We enjoy a refreshing glass of pinot grigio as much as anyone, so it was startling to see a report this week suggesting that white wine could boost the risk of invasive melanoma. Actually, all alcohol has some association with melanoma as well as some cancers of the digestive tract, liver, pancreas, colon, rectum, and breast.
But this new report in Cancer Epidemiology, Biomarkers & Prevention, a journal of the American Association for Cancer Research, found that when it comes to melanoma, the white wine link may be strongest, though the reasons why aren't clear. The report used data from three prospective cohort studies in which 210,252 participants were followed for an average of 18.3 years, using questionnaires. A standard drink was defined as 12.8 grams of alcohol -- which translates to a 5 ounce glass of wine, a 12-ounce beer or a 1.5-ounce shot of spirits.

We asked study author Eunyoung Cho, ScD, an associate professor of dermatology and epidemiology at the Warren Alpert Medical School of Brown University in Providence, R.I., to break down the findings for us:

Your study found an association between drinking white wine and developing invasive melanoma, the most serious form of skin cancer. How strong is the association?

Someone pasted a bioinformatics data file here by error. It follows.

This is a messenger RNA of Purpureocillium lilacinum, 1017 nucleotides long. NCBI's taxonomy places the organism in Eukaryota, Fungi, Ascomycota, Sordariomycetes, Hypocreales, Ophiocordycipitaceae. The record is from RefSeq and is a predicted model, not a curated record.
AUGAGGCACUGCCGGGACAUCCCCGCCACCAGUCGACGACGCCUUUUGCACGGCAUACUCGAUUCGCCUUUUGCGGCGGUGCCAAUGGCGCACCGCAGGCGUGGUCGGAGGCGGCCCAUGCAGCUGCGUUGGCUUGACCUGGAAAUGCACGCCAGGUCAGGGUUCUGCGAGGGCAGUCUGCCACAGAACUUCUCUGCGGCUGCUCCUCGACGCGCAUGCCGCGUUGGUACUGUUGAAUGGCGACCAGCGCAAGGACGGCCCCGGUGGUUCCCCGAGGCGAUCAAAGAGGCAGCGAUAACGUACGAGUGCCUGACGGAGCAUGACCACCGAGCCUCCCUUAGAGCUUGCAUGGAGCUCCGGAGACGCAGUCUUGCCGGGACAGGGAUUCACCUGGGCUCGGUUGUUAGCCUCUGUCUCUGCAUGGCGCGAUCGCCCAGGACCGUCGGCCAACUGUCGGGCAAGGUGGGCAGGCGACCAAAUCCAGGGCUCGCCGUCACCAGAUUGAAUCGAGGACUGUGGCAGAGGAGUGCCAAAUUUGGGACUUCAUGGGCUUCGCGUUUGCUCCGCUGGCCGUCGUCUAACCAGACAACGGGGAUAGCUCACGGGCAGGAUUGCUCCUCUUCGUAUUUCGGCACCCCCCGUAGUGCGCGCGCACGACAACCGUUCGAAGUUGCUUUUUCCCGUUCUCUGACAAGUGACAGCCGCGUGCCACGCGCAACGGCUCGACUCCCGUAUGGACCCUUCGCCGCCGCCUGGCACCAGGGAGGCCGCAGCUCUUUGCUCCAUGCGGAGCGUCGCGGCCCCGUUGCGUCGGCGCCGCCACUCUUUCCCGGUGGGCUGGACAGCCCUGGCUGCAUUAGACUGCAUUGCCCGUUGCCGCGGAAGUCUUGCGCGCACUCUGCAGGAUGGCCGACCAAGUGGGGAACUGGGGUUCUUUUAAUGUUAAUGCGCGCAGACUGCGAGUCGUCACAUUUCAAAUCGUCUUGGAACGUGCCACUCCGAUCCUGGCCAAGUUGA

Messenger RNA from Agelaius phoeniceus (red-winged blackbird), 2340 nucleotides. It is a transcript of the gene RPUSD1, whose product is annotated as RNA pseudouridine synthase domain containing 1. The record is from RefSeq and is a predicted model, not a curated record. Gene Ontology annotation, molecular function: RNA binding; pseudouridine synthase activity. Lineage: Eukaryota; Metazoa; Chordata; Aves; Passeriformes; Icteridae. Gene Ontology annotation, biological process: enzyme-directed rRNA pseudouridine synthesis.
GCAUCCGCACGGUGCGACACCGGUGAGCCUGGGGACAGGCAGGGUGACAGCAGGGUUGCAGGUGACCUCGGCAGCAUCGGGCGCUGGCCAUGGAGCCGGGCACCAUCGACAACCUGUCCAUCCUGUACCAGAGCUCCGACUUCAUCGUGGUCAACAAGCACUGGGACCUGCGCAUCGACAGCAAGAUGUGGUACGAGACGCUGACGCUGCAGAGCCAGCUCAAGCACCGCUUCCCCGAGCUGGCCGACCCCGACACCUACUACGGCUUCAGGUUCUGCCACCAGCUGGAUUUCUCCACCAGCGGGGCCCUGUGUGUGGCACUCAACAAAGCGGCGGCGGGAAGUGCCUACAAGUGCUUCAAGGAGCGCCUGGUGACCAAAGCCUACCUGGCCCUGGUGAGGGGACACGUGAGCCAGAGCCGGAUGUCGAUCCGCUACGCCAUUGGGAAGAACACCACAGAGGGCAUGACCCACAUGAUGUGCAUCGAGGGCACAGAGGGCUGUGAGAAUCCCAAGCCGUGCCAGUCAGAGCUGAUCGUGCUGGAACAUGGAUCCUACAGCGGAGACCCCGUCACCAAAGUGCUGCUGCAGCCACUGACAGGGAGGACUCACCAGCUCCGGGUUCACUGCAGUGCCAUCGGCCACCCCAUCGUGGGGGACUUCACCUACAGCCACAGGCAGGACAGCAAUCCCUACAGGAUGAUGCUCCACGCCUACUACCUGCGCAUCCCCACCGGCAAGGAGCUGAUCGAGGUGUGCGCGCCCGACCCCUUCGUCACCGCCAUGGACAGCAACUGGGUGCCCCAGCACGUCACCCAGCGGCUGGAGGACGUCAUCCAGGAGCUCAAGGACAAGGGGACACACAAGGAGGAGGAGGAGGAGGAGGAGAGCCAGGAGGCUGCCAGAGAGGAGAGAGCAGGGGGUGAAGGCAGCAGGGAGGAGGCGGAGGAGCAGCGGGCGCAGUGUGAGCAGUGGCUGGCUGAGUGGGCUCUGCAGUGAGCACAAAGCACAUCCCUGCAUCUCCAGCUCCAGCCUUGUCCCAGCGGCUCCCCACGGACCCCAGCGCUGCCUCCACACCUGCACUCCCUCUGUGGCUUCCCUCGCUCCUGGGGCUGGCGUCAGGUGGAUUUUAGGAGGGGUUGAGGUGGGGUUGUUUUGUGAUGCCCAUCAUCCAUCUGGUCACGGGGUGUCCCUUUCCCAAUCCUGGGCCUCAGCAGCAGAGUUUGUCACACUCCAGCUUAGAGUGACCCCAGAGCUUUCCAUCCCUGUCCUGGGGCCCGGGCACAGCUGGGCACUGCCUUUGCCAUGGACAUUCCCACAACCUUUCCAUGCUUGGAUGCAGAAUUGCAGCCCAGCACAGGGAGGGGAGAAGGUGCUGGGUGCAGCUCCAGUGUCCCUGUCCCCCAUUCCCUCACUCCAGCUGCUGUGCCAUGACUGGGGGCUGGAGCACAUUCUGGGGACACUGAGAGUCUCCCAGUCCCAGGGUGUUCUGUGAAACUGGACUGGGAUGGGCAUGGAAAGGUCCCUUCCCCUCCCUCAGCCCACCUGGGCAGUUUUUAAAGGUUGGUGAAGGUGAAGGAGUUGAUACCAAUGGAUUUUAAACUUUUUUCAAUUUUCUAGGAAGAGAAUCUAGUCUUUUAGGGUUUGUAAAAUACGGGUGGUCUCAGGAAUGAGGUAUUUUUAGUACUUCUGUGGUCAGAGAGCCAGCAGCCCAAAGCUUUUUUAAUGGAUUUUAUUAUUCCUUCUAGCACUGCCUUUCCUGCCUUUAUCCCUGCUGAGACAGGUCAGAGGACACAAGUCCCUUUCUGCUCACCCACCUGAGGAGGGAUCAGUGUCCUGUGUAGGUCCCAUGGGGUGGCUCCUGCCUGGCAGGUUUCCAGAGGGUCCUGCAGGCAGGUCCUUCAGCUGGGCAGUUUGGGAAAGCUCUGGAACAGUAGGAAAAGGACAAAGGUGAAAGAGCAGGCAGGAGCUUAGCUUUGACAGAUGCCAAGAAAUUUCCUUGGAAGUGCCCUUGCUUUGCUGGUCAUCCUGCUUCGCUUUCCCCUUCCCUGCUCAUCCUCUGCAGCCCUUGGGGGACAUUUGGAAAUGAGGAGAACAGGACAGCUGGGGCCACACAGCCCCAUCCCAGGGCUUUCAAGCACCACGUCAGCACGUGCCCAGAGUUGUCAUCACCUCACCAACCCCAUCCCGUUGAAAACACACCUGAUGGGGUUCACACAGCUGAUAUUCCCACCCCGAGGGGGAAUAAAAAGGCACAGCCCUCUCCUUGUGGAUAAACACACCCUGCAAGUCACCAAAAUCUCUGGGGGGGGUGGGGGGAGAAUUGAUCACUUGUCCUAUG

Each drink per day of white wine was associated with a 13 percent increased risk of melanoma. Other alcoholic beverages including beer and red wine were also positively associated with melanoma but the association was more modest and not statistically significant.  

Why did you decide to study the impact of alcohol consumption on skin cancer risk?
Alcohol consumption has been associated with so many cancer sites in hundreds of epidemiological studies. However, there have been few studies evaluating alcohol consumption and skin cancer.

We're guessing white wine consumption is higher in warm weather, and so is sun exposure. Could that be the connection?
Probably not. We had good amount of information on sunlight exposure and were able to adjust for the information. The positive association was still found after we adjust for risk factors of melanoma including sunlight exposure. However, we do not have a good explanation why white wine intake was particularly associated with melanoma.

Your study was limited to white men and women. Any reason for people of color to be concerned?
Melanoma is more common in white than other racial groups. There is no known reason why the association between alcohol consumption and melanoma would differ by race.

What's the next step in this research?
We would like to explore why the association appeared stronger with white wine. We would also like to explore why melanomas of less sun exposed body sites were more strongly associated with alcohol consumption that those with higher sun exposure.

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